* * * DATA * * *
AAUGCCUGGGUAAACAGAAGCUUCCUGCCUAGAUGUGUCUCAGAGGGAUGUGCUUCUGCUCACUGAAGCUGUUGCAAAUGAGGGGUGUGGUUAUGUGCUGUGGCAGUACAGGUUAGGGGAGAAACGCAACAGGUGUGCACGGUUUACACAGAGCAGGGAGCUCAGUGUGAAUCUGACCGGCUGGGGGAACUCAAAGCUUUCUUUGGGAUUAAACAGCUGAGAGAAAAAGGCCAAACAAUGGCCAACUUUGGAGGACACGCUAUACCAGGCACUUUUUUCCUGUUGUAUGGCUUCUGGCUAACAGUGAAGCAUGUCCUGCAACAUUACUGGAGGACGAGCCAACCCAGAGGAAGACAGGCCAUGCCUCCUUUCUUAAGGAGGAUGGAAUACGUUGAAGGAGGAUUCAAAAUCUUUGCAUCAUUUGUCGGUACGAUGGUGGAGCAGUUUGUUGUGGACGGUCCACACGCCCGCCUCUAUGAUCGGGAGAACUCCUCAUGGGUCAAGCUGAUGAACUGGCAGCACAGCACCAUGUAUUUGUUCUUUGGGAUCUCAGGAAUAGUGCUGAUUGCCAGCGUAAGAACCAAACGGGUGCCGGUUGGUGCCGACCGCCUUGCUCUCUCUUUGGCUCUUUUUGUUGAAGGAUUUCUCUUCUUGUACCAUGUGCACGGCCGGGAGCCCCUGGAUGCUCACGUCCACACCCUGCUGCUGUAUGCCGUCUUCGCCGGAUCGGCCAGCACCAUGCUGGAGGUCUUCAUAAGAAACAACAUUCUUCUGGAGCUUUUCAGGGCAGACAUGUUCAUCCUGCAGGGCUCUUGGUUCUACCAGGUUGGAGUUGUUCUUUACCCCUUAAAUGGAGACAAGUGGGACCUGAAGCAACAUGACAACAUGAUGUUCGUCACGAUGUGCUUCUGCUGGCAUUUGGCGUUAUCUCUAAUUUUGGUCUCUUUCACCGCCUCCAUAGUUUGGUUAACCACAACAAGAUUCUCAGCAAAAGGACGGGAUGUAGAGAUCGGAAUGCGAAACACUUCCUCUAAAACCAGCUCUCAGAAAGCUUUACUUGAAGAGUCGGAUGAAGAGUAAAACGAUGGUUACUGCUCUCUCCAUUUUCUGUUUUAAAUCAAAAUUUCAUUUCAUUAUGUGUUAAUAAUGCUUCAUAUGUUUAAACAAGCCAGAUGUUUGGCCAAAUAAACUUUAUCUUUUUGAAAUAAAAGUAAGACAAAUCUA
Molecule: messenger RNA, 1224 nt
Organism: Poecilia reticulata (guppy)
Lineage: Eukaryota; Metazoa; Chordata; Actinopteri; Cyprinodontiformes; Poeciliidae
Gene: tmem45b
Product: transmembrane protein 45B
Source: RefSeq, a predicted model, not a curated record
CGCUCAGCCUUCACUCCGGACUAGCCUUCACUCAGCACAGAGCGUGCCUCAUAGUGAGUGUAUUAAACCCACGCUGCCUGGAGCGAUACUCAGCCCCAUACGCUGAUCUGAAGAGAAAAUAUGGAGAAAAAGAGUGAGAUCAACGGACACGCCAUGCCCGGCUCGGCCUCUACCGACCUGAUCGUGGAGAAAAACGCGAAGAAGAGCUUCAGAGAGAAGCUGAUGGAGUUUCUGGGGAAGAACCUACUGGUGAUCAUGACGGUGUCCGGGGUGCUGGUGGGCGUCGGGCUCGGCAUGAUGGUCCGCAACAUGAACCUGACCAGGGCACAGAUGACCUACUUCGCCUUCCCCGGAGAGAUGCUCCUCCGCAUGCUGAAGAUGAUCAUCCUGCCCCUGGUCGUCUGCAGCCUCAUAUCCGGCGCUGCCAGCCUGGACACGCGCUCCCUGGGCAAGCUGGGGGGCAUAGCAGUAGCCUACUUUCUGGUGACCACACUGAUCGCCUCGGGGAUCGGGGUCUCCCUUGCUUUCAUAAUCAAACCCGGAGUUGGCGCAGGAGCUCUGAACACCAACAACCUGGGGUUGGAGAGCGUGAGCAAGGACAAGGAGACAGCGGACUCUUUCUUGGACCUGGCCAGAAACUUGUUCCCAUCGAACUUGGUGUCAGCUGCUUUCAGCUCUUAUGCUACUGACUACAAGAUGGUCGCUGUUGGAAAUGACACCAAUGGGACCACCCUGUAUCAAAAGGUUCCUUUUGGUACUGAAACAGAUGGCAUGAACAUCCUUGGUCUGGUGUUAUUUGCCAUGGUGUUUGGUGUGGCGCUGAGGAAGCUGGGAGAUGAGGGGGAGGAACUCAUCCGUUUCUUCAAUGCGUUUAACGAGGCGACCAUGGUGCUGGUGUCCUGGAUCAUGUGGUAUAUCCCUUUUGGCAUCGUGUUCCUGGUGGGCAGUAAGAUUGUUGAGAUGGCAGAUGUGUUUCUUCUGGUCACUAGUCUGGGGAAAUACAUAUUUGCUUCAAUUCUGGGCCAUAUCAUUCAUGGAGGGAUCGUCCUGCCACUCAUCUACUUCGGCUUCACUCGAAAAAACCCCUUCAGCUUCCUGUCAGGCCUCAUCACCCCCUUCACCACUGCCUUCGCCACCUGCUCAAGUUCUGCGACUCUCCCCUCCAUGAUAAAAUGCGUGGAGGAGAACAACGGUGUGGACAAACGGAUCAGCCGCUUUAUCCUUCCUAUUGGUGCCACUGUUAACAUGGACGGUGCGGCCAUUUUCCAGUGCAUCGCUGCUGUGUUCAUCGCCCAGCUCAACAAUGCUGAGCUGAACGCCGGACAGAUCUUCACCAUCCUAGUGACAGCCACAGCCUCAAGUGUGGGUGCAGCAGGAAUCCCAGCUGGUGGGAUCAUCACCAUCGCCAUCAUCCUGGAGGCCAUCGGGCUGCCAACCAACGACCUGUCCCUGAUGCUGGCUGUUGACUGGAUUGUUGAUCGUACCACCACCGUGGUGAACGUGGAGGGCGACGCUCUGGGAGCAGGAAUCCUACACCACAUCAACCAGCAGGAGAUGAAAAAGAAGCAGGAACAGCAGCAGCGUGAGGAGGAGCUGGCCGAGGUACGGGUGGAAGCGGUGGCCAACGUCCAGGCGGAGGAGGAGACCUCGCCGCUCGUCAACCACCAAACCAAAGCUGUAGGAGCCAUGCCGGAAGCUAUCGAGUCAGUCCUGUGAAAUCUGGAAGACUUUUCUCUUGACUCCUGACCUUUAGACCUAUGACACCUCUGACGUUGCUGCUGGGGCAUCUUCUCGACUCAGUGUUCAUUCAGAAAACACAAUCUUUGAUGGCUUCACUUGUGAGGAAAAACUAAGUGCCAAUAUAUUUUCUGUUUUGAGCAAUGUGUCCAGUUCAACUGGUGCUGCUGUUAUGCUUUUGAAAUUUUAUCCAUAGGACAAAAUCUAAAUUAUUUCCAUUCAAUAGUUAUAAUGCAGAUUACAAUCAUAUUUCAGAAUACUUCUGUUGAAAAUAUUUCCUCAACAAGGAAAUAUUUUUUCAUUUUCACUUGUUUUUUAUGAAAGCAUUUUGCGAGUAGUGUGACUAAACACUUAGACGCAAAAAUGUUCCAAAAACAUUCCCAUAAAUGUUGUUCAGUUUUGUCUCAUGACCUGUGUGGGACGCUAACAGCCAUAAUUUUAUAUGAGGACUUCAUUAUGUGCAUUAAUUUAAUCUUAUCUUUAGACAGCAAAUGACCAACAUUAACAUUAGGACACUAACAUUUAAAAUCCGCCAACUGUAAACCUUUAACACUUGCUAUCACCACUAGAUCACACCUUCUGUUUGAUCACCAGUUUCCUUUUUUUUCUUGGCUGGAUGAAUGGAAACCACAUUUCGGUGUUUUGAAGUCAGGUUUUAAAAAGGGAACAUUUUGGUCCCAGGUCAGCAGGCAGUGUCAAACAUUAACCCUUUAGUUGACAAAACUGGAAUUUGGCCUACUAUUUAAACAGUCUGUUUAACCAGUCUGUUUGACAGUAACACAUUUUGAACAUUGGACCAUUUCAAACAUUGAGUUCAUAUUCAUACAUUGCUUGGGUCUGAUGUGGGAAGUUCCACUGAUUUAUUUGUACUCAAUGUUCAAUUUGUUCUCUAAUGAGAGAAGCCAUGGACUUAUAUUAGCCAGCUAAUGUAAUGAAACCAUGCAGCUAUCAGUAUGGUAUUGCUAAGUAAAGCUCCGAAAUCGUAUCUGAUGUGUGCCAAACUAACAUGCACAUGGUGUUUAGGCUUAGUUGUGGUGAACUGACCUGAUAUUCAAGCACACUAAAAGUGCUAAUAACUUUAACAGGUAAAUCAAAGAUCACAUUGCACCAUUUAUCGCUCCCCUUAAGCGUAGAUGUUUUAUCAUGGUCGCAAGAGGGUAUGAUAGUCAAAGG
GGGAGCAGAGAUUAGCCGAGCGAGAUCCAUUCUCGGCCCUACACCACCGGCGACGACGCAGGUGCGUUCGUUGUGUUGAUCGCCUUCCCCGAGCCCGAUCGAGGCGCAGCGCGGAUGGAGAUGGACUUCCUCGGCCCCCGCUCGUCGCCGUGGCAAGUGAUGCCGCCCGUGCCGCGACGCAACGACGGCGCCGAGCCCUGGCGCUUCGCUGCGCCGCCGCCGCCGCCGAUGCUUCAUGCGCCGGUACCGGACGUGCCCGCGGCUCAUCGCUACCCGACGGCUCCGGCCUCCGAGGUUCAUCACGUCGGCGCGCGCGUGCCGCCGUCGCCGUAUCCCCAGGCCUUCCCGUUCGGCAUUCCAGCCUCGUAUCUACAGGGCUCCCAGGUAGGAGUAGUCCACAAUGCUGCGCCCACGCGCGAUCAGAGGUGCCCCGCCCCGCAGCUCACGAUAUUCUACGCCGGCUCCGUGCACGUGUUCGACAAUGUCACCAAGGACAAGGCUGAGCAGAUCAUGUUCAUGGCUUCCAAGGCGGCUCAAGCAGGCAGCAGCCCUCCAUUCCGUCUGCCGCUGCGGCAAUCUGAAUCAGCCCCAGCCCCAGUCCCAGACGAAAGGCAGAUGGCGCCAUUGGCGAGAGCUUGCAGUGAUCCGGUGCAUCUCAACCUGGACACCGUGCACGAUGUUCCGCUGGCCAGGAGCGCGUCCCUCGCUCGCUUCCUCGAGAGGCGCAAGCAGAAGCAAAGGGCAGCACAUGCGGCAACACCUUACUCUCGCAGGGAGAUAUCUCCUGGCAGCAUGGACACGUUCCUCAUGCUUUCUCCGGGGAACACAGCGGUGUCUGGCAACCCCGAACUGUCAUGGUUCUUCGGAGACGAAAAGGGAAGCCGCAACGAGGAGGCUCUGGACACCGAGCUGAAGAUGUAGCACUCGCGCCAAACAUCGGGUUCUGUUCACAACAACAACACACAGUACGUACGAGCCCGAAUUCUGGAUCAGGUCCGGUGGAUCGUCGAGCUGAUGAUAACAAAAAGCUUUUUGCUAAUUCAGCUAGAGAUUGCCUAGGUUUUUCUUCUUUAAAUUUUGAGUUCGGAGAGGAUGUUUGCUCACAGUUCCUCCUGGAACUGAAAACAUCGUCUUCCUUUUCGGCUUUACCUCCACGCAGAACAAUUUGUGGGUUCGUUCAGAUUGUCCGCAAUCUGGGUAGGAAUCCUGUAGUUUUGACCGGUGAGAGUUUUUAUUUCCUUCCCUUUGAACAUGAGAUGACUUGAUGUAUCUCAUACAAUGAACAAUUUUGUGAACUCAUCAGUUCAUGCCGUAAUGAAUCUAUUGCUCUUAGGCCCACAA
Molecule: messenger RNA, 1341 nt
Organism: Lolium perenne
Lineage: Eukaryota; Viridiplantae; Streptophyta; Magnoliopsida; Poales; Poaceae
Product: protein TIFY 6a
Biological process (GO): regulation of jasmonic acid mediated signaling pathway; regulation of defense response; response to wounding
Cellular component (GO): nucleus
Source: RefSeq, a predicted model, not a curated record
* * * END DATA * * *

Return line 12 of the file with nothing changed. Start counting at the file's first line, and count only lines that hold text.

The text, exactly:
Lineage: Eukaryota; Viridiplantae; Streptophyta; Magnoliopsida; Poales; Poaceae